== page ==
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Find the value of the series: $$1-\frac{1}{2}-\frac{1}{4}-\frac{1}{6}-\frac{1}{8}+\frac{1}{3}-\frac{1}{10}-\frac{1}{12}-\frac{1}{14}-\frac{1}{16}+\frac{1}{5}\cdots$$

I know that the alternated harmonic series $$\sum_{n=1}^\infty\frac{(-1)^{n+1}}{n}$$ converges to $\ln2$, but here the order of the terms is different.

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  • $\begingroup$ The harmonic sum most certainly does not converge to $\ln 2$. $\endgroup$ – 5xum Jan 25 '16 at 11:00
  • $\begingroup$ With changing signs, I meant. (Leibniz) $\endgroup$ – Osh24 Jan 25 '16 at 11:02
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    $\begingroup$ Could you show your work on the problem? I think maybe it is being downvoted for this reason. $\endgroup$ – GPhys Jan 25 '16 at 11:04
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    $\begingroup$ Hint: Express the sum of the $5n$ first terms as a linear combination of the harmonic numbers $$H_k=\sum_{i=1}^k\frac1i,$$ for some well chosen values of $k$, then use the asymptotics $$H_k=\log k+\gamma+o(1)$$ to conclude. $\endgroup$ – Did Jan 25 '16 at 11:10
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    $\begingroup$ The solution is $0$. I recall reading about rearrangements of this type and the general solution is $$\ln (2)+\frac{1}{2}\ln \left(\frac{n}{m}\right)$$ Where, $n=1$ and $m=4$ for your rearrangement and $n$ and $m$ correspond to the length of the positive/negative term lengths. Unfortunately, I do not remember how it was proved. $\endgroup$ – GPhys Jan 25 '16 at 11:59
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This is a special case of a result by Fon Brown, L. O. Cannon, Joe Elich, and David G. Wright, On Rearrangements of the Alternating Harmonic Series, The College Mathematics Journal, Vol. 16, No. 2. (Mar., 1985), pp. 135-138.

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Let us elaborate on @Arthur idea by regrouping the terms five by five.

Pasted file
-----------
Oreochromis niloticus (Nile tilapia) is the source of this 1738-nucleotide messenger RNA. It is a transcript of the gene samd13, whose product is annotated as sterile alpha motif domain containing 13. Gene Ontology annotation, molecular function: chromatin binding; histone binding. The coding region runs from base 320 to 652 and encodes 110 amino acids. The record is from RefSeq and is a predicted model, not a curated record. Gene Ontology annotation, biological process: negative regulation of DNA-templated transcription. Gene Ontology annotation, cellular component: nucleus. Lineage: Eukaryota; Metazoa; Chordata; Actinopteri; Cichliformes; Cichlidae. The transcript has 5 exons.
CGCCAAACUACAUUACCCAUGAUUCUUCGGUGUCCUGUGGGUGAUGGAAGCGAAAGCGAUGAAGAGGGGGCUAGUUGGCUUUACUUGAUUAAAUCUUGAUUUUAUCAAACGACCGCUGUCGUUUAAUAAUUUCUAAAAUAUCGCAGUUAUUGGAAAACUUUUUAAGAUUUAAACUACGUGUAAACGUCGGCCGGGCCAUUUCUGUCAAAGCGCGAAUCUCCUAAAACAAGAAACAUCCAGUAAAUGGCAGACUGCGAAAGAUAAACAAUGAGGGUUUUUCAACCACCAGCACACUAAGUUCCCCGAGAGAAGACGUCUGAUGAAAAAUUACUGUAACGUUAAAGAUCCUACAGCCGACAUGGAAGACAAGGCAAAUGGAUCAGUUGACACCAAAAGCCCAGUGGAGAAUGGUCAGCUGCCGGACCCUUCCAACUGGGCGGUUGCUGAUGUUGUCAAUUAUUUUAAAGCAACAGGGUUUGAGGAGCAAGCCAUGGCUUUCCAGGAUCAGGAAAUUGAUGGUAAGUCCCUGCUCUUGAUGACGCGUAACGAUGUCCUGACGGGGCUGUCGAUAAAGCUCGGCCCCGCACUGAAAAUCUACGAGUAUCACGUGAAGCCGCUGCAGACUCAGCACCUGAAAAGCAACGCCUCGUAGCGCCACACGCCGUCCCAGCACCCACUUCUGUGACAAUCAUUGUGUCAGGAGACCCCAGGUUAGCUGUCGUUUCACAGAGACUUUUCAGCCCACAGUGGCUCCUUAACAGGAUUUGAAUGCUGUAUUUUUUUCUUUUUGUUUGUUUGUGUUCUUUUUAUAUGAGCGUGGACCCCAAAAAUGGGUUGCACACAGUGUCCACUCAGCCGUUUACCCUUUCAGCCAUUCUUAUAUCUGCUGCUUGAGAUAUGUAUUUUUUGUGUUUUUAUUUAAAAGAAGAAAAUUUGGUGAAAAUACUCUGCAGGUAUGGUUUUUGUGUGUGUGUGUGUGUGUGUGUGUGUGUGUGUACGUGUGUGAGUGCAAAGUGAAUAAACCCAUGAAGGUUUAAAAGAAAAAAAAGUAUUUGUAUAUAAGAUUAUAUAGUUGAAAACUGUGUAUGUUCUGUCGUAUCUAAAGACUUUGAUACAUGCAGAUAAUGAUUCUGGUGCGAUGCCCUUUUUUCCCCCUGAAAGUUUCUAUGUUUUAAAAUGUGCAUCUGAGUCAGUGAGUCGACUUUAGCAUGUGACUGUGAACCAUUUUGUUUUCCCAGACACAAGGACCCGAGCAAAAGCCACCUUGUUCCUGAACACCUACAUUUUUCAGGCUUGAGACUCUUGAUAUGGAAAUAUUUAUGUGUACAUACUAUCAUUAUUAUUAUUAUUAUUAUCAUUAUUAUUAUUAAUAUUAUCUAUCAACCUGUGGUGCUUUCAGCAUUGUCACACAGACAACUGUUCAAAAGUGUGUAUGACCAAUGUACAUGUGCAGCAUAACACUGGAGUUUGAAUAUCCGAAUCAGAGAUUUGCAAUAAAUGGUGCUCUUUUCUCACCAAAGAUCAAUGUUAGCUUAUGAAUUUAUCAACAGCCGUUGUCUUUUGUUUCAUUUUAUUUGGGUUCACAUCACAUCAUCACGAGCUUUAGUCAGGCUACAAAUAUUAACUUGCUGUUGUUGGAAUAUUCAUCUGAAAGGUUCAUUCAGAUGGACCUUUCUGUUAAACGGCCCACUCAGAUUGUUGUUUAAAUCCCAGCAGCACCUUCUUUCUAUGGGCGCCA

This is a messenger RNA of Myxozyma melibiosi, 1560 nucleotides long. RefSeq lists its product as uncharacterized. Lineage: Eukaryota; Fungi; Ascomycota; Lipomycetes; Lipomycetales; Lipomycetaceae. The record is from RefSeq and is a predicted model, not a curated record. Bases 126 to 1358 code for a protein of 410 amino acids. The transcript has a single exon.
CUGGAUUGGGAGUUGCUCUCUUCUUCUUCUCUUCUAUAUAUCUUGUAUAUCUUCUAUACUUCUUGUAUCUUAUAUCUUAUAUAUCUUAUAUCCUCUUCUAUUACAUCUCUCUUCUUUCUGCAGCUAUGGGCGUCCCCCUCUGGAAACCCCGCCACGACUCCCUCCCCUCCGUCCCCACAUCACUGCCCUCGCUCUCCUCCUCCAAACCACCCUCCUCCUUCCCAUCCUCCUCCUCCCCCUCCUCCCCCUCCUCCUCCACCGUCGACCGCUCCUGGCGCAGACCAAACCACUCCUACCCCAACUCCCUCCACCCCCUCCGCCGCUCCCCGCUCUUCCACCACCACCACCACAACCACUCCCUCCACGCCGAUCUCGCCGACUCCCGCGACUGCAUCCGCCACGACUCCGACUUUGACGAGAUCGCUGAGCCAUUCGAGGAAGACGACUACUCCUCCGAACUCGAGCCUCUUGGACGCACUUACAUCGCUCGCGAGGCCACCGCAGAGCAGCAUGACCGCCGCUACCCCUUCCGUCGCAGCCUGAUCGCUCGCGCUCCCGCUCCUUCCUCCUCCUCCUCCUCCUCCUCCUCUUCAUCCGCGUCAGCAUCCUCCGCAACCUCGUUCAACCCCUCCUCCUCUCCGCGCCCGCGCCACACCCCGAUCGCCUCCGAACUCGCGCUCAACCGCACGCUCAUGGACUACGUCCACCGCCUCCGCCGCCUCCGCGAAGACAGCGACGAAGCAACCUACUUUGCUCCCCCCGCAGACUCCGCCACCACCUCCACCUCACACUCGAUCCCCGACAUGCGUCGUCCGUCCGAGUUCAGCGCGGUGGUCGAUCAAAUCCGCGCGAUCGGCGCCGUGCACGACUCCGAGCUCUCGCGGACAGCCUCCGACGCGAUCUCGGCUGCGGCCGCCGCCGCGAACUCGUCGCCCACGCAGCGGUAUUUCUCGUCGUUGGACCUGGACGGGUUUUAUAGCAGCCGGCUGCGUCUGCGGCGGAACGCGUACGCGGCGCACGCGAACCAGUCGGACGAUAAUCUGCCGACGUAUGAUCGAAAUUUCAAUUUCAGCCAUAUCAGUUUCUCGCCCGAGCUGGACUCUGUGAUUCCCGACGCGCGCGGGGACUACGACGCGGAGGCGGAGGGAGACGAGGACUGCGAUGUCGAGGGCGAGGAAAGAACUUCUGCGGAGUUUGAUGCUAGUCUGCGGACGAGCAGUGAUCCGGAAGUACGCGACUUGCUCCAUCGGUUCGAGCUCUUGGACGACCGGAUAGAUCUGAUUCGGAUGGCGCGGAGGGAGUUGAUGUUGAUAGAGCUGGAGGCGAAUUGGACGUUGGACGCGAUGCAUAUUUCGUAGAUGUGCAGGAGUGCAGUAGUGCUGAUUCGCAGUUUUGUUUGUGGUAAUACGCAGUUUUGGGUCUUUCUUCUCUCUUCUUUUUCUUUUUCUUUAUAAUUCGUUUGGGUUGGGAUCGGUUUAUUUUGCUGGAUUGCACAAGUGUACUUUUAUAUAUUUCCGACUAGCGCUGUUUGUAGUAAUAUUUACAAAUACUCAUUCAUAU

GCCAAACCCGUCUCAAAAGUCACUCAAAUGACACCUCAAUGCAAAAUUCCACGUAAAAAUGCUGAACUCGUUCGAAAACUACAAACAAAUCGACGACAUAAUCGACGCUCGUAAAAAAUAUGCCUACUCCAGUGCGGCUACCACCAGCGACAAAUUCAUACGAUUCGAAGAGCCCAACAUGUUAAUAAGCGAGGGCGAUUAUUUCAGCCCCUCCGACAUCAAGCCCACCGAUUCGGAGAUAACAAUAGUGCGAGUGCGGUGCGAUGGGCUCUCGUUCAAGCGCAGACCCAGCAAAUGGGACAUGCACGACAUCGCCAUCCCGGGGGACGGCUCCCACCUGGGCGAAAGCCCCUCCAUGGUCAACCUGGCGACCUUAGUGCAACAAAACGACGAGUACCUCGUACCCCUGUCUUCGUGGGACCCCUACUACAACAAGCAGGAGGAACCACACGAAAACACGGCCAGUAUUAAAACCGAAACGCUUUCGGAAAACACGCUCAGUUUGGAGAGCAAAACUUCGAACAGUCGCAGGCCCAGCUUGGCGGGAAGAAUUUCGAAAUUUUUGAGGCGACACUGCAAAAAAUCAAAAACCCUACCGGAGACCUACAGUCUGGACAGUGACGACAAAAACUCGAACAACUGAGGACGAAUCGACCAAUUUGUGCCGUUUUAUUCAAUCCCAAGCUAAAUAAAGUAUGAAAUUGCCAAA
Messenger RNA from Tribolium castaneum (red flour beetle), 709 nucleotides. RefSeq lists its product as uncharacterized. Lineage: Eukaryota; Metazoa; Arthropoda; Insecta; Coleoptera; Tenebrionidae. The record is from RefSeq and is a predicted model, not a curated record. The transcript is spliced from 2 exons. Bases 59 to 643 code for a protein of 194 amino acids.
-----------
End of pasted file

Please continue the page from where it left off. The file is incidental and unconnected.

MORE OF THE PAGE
$$S=\sum_{k=0}^\infty \left(\frac{1}{2k+1}-\frac{1}{8k+2}-\frac{1}{8k+4}-\frac{1}{8k+6}-\frac{1}{8k+8}\right)$$

Rewriting $\frac{1}{2k+1}=\frac{4}{4(2k+1)}=\frac{4}{8k+4}$ simplifies the sum to four terms

$$S=\sum_{k=0}^\infty \left(-\frac{1}{8k+2}+\frac{3}{8k+4}-\frac{1}{8k+6}-\frac{1}{8k+8}\right)$$

that have all even denominator, so

$$S=-\frac{1}{2}\sum_{k=0}^\infty \left(\frac{1}{4k+1}-\frac{3}{4k+2}+\frac{1}{4k+3}+\frac{1}{4k+4}\right)$$

The relation

$$\int_0^1 x^ndx=\frac{1}{n+1} $$

changes the fractions into integrals $$S=-\frac{1}{2}\sum_{k=0}^\infty \int_0^1 \left(x^{4k}-3x^{4k+1}+x^{4k+2}+x^{4k+3}\right)dx$$

Now we may interchange the order of summation and integration and use the sum of the geometric progression

$$\sum_{k=0}^\infty cx^{ak+b} = \frac{cx^b}{1-x^a}$$

to obtain

$$\begin{align} -2S&=\int_0^1 \sum_{k=0}^\infty \left(x^{4k}-3x^{4k+1}+x^{4k+2}+x^{4k+3}\right)dx\\ &=\int_0^1 \frac {1-3x+x^2+x^3}{1-x^4} dx \\ &=\int_0^1 \frac {1-2x-x^2}{(1+x)(1+x^2)} dx \\ &=\int_0^1 \left( \frac{1}{1+x}-\frac{2x}{1+x^2}\right)dx\\ &=\left(\log(2)-\log(2)\right)=0\\ \end{align}$$

as in showing $ 1-\frac{3}{2}+\frac{1}{3}+\frac{1}{4}+\frac{1}{5}-\frac{3}{6}+\frac{1}{7}+\frac{1}{8}+\cdots=0 $.

The procedure here is very similar to one of the four proofs Jack D'Aurizio gives to this question, which includes the one here.

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